Convicted FCA exec's lawyer rips GM for 'scurrilous' bribery allegations
Detroit — Allegations that convicted Fiat Chrysler Automobiles NV Vice President Alphons Iacobelli controlled secret offshore bank accounts used to bribe United Auto Workers are baseless and "scurrilous," his lawyer said Saturday.
In a federal court filing, defense lawyer Michael Nedelman faulted General Motors Co.'s legal team for leveling the unproven allegations. He likened their conduct to the late Sen. Joseph McCarthy claiming to have a list of government employees who belonged to the Communist party in the 1950s.
Nedelman responded five days after GM claimed rival FCA used secret offshore bank accounts to hide millions of dollars in bribes. GM leveled the new allegations while asking U.S. District Judge Paul Borman to reinstate the automaker's civil racketeering lawsuit against FCA, and called the secret accounts new evidence.
Borman dismissed the case last month that accused Fiat Chrysler's late CEO, Sergio Marchionne, of orchestrating a bribery conspiracy to corrupt three rounds of bargaining with the UAW. The conspiracy was designed to harm and take over Detroit's largest automaker, according to the lawsuit, which said GM lost "billions" of dollars.
"GM has...taken a page from Sen. Joseph McCarthy’s infamous February 9, 1950 claim of having compiled 'evidence' of State Department employees who were allegedly members of the communist party," Nedelman wrote. "Senator McCarthy never actually made the list public but garnered significant attention by promoting his claim that 'I have here in my hand a list... of those supposed State Department employees.
A GM spokesman could not be reached immediately for comment Saturday. FCA officials have called GM's lawsuit "meritless."
"Like Senator McCarthy, GM fails to disclose the alleged 'list” (if it exists), but has garnered significant public attention (which may have been its goal) by mere allegations of its existence," the lawyer added.
On Monday, GM alleged Iacobelli and others controlled offshore bank accounts in Switzerland, Luxembourg, Liechtenstein, Italy, Singapore, the Cayman Islands and other countries. Tens of millions of dollars flowed into the accounts and were used to bribe UAW leaders.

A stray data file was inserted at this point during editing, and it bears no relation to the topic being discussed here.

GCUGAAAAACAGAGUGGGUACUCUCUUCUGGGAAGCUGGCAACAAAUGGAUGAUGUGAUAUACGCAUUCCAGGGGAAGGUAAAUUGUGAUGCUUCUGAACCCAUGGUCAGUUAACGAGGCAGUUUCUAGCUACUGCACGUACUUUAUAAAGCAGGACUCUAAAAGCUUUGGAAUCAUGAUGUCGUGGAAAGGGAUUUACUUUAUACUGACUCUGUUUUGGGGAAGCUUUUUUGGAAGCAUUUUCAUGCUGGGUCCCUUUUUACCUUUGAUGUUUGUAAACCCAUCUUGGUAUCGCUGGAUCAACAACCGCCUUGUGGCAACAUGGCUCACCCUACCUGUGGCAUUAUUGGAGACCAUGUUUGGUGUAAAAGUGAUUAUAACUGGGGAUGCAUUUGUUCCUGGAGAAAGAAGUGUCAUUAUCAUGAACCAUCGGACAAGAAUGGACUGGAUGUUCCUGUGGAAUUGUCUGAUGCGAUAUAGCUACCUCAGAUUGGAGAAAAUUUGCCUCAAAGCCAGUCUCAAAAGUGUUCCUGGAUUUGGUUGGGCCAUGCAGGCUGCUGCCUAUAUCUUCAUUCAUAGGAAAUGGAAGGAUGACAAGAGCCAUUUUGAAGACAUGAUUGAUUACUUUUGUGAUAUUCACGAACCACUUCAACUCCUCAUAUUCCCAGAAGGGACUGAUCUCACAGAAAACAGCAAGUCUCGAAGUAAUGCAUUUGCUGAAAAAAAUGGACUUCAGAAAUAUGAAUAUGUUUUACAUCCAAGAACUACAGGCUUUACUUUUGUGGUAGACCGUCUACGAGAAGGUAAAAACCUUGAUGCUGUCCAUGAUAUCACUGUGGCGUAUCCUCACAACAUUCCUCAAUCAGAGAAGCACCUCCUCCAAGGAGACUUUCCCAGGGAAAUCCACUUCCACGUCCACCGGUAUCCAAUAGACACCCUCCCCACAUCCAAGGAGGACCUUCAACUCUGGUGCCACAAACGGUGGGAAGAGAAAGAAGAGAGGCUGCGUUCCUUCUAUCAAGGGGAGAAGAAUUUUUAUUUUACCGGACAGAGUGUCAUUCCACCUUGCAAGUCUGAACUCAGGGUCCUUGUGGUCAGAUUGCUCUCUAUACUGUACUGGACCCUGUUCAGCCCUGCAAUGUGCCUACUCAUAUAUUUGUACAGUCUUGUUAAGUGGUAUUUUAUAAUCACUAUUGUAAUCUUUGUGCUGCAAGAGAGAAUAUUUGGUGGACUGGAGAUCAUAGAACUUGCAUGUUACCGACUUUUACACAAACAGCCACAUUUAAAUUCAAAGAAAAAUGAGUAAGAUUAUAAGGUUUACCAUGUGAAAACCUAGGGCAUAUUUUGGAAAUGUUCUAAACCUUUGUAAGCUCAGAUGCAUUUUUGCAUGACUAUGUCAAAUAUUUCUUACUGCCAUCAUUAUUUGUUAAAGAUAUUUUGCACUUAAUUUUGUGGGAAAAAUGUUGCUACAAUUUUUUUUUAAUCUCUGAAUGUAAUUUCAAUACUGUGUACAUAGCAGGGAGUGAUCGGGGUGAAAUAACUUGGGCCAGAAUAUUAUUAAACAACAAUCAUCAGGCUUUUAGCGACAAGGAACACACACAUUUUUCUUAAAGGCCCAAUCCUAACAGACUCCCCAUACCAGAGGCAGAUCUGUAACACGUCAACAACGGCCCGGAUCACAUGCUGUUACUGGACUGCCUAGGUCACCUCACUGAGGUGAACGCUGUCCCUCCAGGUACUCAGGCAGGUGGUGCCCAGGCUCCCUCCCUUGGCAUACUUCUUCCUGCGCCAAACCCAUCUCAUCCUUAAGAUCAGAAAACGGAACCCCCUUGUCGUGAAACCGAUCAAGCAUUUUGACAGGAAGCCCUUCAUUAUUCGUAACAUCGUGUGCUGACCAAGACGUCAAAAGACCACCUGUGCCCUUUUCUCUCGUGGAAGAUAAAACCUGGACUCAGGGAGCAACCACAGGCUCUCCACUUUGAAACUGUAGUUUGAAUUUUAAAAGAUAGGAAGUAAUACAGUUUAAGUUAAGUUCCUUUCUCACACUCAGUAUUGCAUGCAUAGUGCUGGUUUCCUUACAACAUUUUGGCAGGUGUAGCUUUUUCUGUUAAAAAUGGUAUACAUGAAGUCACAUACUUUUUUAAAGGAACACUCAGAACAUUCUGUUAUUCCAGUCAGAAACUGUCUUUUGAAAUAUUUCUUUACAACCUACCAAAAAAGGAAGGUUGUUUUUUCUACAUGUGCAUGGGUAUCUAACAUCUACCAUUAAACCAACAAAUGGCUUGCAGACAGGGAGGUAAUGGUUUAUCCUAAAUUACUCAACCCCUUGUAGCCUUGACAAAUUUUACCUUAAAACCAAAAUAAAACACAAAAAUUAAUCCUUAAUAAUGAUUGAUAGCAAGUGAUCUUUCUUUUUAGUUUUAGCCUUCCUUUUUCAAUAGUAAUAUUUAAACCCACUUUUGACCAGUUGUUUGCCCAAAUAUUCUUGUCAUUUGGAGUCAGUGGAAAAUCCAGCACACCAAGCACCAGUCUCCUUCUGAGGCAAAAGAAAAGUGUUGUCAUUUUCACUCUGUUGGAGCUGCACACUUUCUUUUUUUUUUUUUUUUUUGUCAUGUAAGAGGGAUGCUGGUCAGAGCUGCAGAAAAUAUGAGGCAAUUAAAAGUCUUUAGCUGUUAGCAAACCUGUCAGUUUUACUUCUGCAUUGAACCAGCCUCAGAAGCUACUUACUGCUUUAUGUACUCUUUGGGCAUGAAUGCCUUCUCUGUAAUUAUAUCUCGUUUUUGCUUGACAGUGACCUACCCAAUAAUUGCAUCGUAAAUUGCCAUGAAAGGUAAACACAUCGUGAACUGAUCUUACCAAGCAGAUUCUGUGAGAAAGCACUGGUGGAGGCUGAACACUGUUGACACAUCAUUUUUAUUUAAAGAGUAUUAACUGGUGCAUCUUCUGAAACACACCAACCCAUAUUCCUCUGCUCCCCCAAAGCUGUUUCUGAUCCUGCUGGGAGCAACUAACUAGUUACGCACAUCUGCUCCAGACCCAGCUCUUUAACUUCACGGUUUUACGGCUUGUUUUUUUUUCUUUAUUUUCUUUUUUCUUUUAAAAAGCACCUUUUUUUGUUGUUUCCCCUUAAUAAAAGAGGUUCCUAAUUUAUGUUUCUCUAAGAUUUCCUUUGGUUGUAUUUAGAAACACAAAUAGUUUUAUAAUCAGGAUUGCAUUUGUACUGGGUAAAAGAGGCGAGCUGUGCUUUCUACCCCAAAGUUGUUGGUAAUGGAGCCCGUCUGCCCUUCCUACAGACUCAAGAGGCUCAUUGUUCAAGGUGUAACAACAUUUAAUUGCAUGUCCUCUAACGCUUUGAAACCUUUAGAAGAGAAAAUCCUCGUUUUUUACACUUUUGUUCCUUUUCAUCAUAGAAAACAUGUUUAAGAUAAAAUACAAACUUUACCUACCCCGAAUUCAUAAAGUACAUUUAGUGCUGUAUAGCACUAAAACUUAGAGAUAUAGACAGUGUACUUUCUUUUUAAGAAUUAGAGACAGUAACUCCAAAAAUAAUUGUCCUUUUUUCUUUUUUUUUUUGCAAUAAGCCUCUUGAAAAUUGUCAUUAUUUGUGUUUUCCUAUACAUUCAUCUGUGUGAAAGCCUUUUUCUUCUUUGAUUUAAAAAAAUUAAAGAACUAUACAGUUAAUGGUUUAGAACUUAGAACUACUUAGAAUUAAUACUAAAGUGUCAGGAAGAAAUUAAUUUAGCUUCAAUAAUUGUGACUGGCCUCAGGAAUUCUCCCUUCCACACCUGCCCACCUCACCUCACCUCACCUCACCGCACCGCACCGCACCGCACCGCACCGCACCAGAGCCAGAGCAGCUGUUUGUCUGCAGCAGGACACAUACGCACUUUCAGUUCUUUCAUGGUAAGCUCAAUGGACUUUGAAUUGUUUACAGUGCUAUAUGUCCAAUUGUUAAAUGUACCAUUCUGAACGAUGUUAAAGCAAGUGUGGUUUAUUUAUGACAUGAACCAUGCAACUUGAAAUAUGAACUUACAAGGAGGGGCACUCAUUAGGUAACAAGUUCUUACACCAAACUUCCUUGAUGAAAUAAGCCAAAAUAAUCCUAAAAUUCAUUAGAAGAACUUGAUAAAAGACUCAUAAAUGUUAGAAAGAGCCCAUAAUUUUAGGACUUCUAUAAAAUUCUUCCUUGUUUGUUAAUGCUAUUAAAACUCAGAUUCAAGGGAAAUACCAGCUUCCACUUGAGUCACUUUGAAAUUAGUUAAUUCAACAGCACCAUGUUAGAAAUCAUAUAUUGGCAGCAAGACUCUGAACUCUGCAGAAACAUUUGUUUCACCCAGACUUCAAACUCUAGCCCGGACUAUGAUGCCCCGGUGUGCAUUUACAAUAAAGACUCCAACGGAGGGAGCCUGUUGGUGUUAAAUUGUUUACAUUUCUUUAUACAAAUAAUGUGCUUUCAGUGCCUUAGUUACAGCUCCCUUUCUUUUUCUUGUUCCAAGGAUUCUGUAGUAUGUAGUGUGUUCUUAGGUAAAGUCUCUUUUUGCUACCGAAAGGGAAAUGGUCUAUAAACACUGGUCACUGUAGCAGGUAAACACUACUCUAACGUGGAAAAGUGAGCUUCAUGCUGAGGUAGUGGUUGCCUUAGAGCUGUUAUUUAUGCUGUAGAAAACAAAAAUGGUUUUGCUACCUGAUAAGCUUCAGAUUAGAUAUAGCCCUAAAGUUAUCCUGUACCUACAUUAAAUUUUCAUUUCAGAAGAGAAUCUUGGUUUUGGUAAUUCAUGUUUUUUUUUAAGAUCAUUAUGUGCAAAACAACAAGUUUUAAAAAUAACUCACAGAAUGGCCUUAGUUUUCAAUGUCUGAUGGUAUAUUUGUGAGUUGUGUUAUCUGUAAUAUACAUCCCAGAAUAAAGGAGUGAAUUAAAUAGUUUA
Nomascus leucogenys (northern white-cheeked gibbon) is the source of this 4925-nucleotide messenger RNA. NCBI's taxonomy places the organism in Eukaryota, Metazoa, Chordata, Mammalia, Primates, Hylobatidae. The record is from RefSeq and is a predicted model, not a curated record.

Nedelman faulted GM for failing to provide any evidence of the bank accounts in its amended complaint.
The accounts benefited or were linked to several notable figures, including former UAW President Dennis Williams, Iacobelli and former UAW Vice President Joe Ashton. And the filing says payoffs through the foreign accounts also benefited former UAW President Ron Gettelfinger, who retired in 2010.
Gettelfinger denied receiving bribes funneled through offshore accounts.
"A critical review of GM’s claim of alleged 'newly discovered evidence' reveals that the information GM promotes as 'evidence' is not evidence at all, but instead mere allegations based on inference, conjecture and supposition, all finding their roots in the alleged results of an alleged 'privileged' investigation conducted by undisclosed persons at the behest of GM," Nedelman wrote.
"Mr. Iacobelli will not dignify the proposed first amended complaint by a substantive response to its scurrilous allegations or its legal sufficiency, since it contains mere allegations of GM’s counsel that, in the absence of 'newly discovered [admissible] evidence' to support it, must be ignored."
Iacobelli, 60, who bought a Ferrari, $36,000 bejeweled pens and a backyard pool with money siphoned during a conspiracy involving the automaker and the UAW, was sentenced two years ago to 5 1/2 years in federal prison. He is serving the sentence at a West Virginia prison and is scheduled to be released in September 2023.
GM is precluded from trying to reinstate the lawsuit unless the automaker's legal team finds new information or can point to legal errors.
The judge did not err in dismissing the lawsuit and GM failed to provide any evidence about the offshore bank accounts, Iacobelli's lawyer wrote, calling the allegations a "fiction."
"Where is the admissible evidence upon which GM relies?" Nedelman wrote. "Answer: There isn’t any."